Our editors’ weekly roundup of Canadian art news.
New Brunswick’s Department of Tourism, Heritage and Culture announced on Wednesday that all New Brunswick Arts Board (artsnb) employees would be laid off in a $400,000 cut to the organization’s operation budget. Rather than maintaining the independent, arms-length organization, which administers arts funding and advocates for the arts, the department will hire internal employees to take over artsnb’s duties.
Arts Habitat Edmonton has turned media theorist Marshall McLuhan’s Edmonton house into a museum and gallery space. The building, which was McLuhan’s childhood home, now features a selection of photographs of McLuhan taken by his son, a video installation of McLuhan’s media appearances, a community space for artists and a converted garage that will facilitate an artist-in-residence program.
Montreal artist Nelson Henricks will be awarded the Prix Giverny Capital on February 18 in Montreal. The biannual award, valued at $10,000 and offered by François Rochon’s wealth-management firm, recognizes excellence within the Quebec visual-arts scene. Henricks is the fifth recipient. Past winners include Jean-Pierre Aubé, L’ATSA, Mathieu Beauséjour and Diane Landry.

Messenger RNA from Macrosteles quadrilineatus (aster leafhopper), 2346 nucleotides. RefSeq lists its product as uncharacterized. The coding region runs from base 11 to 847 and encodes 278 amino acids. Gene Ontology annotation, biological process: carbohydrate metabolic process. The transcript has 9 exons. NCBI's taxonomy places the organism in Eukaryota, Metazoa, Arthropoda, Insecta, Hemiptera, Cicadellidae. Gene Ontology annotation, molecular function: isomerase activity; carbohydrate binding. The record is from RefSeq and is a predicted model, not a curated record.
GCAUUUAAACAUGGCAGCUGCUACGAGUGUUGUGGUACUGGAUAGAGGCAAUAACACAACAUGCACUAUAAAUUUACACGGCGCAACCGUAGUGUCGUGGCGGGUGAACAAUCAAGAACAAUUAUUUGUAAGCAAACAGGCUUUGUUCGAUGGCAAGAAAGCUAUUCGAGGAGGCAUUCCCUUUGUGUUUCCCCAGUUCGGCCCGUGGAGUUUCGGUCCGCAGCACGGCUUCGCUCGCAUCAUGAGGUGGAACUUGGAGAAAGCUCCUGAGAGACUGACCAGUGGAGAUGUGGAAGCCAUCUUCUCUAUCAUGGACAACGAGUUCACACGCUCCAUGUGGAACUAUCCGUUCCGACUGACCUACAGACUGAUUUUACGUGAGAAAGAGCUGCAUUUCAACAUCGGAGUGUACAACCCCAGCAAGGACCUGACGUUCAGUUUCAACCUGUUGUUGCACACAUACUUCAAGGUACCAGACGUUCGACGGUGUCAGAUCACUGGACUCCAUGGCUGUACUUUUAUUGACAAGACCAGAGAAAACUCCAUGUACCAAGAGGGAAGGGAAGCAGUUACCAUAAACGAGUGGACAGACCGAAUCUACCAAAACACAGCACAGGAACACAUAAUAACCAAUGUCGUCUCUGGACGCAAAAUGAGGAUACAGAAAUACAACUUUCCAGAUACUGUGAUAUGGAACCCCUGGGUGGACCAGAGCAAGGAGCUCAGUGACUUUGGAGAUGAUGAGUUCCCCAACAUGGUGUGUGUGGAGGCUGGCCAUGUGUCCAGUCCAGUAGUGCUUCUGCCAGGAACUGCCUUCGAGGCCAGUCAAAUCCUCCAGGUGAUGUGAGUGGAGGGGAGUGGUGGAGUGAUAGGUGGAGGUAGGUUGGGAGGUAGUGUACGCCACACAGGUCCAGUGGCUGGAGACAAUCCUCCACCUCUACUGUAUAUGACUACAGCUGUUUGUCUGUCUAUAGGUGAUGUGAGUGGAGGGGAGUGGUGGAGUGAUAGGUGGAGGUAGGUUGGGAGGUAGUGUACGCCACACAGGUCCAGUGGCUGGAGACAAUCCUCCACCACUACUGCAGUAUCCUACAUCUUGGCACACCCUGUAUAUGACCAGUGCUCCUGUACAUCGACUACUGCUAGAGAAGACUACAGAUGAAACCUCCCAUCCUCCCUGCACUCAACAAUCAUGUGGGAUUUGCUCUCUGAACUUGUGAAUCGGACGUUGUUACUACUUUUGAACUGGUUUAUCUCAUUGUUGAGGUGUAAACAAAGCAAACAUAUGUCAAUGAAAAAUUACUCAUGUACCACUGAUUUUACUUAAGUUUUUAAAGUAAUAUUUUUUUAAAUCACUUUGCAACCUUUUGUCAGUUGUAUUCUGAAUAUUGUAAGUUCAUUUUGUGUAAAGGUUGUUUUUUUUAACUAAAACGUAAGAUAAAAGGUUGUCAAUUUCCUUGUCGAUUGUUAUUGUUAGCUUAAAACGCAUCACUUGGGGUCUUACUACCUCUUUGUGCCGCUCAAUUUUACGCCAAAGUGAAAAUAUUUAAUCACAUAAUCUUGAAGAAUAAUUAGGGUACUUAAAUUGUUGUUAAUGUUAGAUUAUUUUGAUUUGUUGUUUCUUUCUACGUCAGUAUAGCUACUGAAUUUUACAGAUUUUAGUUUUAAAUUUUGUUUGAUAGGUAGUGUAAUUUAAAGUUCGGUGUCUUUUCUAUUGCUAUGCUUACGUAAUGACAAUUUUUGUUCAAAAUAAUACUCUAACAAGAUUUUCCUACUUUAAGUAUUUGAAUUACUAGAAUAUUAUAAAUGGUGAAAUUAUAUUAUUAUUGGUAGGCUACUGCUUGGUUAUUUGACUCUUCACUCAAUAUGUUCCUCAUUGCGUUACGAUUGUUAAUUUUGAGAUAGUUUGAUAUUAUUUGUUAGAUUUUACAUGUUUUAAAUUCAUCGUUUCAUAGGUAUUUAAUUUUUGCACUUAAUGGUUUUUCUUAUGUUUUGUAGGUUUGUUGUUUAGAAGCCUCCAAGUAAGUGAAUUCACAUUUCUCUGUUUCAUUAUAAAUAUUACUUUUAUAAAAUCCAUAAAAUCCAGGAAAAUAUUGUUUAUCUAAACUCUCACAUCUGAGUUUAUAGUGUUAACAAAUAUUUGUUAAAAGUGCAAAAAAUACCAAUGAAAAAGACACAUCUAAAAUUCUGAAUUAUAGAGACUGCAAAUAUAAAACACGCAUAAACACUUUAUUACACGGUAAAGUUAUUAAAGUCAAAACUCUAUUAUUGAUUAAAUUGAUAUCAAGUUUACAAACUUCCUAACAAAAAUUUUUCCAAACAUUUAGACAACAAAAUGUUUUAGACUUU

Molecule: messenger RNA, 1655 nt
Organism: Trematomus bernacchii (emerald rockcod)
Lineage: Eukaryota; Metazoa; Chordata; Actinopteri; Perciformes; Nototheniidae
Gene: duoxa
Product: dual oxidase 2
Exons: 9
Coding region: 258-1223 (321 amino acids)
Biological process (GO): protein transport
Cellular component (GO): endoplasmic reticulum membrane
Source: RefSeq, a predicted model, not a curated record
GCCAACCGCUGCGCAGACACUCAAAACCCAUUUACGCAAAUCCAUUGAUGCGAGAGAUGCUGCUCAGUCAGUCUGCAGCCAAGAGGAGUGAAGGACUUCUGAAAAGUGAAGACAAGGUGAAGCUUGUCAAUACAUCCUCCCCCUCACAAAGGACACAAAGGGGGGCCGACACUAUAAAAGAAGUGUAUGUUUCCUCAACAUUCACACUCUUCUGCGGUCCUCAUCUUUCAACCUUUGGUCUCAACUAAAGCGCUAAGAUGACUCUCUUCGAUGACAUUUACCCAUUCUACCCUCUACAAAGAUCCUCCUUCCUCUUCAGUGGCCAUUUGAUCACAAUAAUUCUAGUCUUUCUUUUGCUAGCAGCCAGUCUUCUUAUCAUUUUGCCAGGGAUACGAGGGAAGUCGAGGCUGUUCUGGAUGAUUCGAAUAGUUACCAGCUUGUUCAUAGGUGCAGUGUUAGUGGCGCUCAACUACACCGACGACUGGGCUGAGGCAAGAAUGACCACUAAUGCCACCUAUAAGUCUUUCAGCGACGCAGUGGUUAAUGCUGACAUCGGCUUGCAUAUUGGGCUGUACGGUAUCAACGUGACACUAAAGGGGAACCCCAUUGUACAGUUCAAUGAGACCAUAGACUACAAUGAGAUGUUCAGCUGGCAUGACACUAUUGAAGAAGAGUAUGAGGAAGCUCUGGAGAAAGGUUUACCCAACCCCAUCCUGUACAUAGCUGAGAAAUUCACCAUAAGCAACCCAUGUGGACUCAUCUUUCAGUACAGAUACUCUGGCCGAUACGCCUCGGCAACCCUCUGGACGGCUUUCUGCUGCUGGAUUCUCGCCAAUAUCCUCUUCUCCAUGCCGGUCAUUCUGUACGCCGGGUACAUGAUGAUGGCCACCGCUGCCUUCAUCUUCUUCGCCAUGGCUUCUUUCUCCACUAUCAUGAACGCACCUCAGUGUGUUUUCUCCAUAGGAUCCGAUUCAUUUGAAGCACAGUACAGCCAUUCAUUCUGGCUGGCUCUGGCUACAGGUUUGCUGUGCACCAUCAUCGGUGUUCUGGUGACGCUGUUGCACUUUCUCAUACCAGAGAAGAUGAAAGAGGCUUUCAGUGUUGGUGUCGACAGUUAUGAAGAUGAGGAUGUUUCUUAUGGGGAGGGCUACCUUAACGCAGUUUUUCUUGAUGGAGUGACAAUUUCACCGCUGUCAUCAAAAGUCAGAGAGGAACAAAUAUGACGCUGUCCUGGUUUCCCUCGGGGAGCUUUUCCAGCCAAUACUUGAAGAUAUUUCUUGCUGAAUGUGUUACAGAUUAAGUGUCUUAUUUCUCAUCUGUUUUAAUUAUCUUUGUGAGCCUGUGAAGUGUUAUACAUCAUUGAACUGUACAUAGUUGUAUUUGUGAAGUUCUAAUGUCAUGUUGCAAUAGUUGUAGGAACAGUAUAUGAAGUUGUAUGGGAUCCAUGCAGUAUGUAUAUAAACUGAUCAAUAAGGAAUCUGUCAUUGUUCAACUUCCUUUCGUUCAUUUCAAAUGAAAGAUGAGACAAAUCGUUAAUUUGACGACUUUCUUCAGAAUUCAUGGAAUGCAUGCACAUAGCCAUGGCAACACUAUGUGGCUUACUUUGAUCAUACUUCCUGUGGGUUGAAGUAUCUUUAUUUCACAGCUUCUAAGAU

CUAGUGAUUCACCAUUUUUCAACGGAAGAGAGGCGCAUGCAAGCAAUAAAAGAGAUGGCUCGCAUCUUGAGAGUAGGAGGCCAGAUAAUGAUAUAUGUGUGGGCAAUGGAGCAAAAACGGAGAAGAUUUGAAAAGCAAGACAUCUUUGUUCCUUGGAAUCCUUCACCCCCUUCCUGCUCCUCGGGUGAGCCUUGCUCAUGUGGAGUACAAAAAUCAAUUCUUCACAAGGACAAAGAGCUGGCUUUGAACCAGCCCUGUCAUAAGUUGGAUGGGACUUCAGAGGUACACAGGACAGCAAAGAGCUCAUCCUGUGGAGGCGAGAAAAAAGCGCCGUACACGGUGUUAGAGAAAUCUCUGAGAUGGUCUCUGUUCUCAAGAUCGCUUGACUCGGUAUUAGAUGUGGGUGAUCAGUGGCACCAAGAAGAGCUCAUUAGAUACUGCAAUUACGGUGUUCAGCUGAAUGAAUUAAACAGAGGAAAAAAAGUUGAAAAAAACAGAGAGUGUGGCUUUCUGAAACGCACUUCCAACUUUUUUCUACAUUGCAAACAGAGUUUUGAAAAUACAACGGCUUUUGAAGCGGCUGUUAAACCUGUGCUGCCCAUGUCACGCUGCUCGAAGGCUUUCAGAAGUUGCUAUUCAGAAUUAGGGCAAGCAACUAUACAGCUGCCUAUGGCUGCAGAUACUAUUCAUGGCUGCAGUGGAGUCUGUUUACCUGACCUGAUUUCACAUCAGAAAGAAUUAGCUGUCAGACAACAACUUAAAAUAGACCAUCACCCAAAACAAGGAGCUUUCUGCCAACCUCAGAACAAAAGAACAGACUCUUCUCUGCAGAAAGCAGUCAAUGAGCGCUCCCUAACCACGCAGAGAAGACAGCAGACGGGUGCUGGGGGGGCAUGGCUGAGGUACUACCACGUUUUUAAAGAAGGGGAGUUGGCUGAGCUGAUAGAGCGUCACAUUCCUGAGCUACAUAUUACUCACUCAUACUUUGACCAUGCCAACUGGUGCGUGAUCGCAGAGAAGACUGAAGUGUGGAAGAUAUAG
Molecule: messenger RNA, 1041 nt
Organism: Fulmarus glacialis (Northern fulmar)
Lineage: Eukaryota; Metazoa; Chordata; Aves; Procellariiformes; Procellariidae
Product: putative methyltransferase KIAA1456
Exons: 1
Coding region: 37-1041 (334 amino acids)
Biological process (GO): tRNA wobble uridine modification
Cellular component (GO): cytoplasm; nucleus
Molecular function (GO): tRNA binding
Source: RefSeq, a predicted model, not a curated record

The TD North South Residency exchange is under way. This year, Canadian Art, in partnership with TD Bank Group, selected Cape Dorset artist Nicotye Samayualie and Montreal-based Luanne Martineau. Samayualie is currently participating in the Banff Centre’s five-week Indigenous Visual + Digital Artist Residency, which concludes on February 12. In March, Martineau will travel to Cape Dorset where she will be the artist-in-residence at Kinngait Studios.
On Tuesday, the Toronto Arts Council announced the 2016 fellows for the TAC Cultural Leaders Lab, a program with the Banff Centre that offers a one-week intensive leadership retreat in Banff and programmed activities in Toronto for arts professionals. This year’s participants include Jutta Brendemühl, curator at the Goethe-Institut; Sally Lee, director of CARFAC Ontario; and Su-Ying Lee, independent curator.